New gamma-ray bursts

Print edition : May 17, 2013

An artist's impression of the stars creating GRBs. The blue star in the background is the progenitor fo a standard long-duration GRB. The star in the foreground is the suggested progenitor of an ultra-long GRB. Photo: Mark A. Garlick, used with permission by the University of Warwick

COSMIC explosions create powerful blasts of high-energy gamma rays, known as gamma-ray bursts (GRBs). While GRBs of the most common type are over in about a minute, a team of astronomers has pinpointed a new, exceptionally powerful type that can last for several hours. The first example was found by astronomers on Christmas day in 2010, but it lacked a measurement of distance and so remained shrouded in mystery, with two competing theories put forward for its origin.

A new study by the team, led by Andrew Levan at the University of Warwick, U.K., finds several more examples of these unusual GRBs and shows that the Christmas GRB took place in a galaxy much farther away than the two theories suggested.Using data from the Gemini Observatory in Hawaii, the team calculated that this ultra-long GRB had a redshift of 0.847, which gives it a location of about halfway to the edge of the observable universe. On the basis of this data, Levan’s team developed a new theory to explain how it occurred. It suggests this kind of burst is caused by a supergiant star 20 times more massive than the sun, which evolves to become among the biggest and brightest stars in the universe with a radius of up to one billion kilometres, 1,000 times that of the sun. The scientists believe the Christmas GRB and two other similar bursts are simply due to the sheer size of the supergiants exploding in a supernova.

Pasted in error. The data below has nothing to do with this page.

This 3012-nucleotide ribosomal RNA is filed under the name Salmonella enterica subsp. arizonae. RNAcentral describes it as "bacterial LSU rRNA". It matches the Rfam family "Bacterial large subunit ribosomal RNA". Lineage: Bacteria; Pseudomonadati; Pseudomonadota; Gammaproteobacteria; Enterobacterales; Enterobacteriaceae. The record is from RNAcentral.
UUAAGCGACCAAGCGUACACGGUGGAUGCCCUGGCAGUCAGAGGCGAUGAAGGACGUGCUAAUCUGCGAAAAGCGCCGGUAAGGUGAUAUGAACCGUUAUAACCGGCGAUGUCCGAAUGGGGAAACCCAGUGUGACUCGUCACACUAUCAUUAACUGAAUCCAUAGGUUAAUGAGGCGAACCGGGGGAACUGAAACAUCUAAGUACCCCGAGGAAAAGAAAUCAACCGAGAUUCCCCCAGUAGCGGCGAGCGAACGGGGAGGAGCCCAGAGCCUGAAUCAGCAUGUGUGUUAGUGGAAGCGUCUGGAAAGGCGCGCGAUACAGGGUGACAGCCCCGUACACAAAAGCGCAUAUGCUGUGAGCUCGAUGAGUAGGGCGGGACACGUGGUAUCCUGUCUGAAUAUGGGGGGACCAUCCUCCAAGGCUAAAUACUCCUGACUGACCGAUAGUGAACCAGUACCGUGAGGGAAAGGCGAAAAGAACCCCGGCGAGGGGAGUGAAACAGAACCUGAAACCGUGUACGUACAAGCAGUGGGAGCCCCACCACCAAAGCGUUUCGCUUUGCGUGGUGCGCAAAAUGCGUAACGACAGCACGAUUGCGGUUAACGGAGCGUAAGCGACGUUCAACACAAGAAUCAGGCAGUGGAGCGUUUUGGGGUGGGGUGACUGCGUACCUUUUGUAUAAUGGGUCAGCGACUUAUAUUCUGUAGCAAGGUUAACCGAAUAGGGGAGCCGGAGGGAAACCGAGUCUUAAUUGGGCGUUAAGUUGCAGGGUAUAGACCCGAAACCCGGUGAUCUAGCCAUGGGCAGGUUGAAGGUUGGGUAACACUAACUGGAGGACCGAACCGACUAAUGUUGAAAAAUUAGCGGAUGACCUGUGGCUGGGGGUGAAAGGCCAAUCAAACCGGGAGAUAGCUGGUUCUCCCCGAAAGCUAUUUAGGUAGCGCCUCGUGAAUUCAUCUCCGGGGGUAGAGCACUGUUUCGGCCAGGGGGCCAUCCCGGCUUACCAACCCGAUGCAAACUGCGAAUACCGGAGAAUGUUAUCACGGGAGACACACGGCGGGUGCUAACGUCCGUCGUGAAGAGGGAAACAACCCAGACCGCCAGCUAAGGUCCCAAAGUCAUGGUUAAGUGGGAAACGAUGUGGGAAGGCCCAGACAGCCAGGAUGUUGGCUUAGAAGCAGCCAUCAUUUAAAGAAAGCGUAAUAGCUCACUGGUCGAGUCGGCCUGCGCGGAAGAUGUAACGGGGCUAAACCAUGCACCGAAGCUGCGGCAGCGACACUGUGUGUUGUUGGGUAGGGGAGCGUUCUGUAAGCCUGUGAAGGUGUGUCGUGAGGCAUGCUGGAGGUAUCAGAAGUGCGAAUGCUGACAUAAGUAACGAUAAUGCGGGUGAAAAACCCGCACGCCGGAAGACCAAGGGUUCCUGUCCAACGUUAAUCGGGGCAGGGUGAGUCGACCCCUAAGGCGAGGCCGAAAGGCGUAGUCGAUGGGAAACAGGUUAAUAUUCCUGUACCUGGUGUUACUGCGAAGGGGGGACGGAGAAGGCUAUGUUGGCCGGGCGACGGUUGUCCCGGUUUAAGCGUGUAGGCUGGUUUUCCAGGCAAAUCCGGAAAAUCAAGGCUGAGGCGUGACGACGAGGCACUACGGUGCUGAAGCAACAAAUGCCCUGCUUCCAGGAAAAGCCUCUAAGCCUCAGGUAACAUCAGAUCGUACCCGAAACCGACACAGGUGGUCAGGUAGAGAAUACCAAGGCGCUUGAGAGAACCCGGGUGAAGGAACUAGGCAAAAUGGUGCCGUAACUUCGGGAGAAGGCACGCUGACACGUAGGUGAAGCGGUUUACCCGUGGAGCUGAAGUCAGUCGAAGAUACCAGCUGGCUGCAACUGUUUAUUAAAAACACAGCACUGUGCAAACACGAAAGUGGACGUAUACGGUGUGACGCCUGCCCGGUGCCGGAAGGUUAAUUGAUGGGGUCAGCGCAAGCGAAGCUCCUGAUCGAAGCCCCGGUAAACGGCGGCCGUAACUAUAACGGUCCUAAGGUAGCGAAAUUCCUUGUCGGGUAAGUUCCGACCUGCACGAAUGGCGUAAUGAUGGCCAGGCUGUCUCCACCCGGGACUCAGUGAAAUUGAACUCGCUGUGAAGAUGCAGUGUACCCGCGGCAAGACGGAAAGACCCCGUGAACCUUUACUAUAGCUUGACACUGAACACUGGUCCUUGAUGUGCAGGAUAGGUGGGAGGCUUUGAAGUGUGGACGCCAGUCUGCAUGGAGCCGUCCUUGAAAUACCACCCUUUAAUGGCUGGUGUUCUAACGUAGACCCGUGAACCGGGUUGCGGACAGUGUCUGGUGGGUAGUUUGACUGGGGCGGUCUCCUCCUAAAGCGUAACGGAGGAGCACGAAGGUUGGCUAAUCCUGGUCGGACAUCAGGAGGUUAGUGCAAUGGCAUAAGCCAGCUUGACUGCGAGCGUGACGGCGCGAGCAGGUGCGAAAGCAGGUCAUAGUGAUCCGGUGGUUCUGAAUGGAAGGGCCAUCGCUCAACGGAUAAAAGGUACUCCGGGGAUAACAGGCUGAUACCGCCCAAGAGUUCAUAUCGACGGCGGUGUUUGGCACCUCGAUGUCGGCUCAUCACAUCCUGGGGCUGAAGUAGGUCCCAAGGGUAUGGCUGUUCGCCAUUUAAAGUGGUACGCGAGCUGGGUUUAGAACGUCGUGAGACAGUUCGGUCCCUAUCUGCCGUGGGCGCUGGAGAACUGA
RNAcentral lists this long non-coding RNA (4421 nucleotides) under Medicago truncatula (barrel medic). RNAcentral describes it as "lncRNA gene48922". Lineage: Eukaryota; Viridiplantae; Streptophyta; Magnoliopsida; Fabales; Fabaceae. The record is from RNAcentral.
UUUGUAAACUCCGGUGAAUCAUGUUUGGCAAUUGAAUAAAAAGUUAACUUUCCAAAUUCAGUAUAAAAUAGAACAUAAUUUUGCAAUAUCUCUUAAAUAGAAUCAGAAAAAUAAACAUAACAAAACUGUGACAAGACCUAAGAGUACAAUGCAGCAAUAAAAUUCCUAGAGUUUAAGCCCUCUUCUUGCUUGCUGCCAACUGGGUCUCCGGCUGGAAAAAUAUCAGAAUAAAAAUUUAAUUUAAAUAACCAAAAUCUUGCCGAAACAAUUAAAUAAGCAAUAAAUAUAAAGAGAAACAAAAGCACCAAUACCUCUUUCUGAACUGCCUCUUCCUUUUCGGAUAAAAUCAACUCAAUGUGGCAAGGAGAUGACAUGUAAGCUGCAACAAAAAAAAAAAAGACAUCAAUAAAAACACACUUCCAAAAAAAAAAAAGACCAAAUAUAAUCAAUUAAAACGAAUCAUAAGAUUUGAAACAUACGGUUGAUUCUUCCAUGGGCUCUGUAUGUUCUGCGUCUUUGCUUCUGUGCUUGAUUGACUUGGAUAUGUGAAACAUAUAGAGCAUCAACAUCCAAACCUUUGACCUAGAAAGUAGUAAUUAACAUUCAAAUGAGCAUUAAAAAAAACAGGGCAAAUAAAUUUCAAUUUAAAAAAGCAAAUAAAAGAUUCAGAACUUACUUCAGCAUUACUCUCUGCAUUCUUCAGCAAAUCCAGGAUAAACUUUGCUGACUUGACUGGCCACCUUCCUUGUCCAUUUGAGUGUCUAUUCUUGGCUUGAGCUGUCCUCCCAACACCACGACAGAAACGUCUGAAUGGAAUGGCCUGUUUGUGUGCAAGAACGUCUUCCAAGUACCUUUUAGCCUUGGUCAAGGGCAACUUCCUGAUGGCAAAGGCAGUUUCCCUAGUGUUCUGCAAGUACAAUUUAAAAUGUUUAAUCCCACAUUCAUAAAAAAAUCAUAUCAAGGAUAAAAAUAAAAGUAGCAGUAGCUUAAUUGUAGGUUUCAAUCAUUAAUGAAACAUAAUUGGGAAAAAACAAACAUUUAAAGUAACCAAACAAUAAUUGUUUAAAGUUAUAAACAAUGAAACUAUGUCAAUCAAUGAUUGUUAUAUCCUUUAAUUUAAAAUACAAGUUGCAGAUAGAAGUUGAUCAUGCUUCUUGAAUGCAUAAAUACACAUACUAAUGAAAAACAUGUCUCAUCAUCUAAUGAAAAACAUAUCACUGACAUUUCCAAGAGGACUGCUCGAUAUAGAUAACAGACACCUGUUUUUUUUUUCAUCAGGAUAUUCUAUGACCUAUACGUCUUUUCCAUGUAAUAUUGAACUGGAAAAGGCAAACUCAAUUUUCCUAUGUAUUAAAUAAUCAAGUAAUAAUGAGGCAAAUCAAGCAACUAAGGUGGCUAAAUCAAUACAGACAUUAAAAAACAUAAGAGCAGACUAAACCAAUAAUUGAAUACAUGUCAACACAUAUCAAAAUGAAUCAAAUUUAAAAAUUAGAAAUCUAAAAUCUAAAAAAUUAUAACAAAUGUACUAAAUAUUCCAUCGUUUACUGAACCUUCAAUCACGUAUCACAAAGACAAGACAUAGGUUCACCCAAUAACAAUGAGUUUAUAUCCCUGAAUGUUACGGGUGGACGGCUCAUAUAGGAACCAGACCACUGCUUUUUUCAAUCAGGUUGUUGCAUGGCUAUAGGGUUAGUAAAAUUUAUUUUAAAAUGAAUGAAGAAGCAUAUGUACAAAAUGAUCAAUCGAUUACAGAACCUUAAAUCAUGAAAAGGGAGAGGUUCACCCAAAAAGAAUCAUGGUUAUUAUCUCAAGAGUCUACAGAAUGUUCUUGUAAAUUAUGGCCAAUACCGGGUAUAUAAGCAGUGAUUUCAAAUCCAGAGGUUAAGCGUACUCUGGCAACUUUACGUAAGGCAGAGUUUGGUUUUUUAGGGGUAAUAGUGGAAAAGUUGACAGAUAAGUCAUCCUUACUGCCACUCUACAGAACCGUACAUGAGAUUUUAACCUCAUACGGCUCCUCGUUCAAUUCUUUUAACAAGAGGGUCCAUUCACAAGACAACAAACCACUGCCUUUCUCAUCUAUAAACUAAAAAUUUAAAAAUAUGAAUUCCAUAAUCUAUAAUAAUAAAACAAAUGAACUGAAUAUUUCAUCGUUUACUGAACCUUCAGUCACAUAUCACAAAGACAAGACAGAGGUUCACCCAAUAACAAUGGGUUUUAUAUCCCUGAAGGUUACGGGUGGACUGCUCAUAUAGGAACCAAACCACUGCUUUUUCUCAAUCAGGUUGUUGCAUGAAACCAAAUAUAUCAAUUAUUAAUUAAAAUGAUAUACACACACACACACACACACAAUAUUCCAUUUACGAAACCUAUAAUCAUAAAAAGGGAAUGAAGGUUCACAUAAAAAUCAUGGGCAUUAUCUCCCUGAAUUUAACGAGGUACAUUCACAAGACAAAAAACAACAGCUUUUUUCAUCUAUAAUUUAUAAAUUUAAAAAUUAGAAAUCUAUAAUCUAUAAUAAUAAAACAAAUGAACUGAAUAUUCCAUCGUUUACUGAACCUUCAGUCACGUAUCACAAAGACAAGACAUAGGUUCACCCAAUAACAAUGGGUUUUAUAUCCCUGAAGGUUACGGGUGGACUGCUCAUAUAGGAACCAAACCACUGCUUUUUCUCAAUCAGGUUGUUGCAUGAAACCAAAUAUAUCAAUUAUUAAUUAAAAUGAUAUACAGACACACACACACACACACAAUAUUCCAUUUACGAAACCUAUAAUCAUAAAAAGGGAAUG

The more common GRBs are thought to be caused when a Wolf-Rayet star collapses into a black hole at its own core. Matter is drawn into the black hole, but some of its energy escapes and is focussed into a jet of material which blasts out in two directions forming copious gamma rays in the process. Such stars are thought to be relatively small and dense, and the explosion that destroys them punches through them in a matter of seconds. In the case of these new ultra-long bursts, the explosion takes much longer to propagate through the star, and so the GRB lasts for a much longer time.

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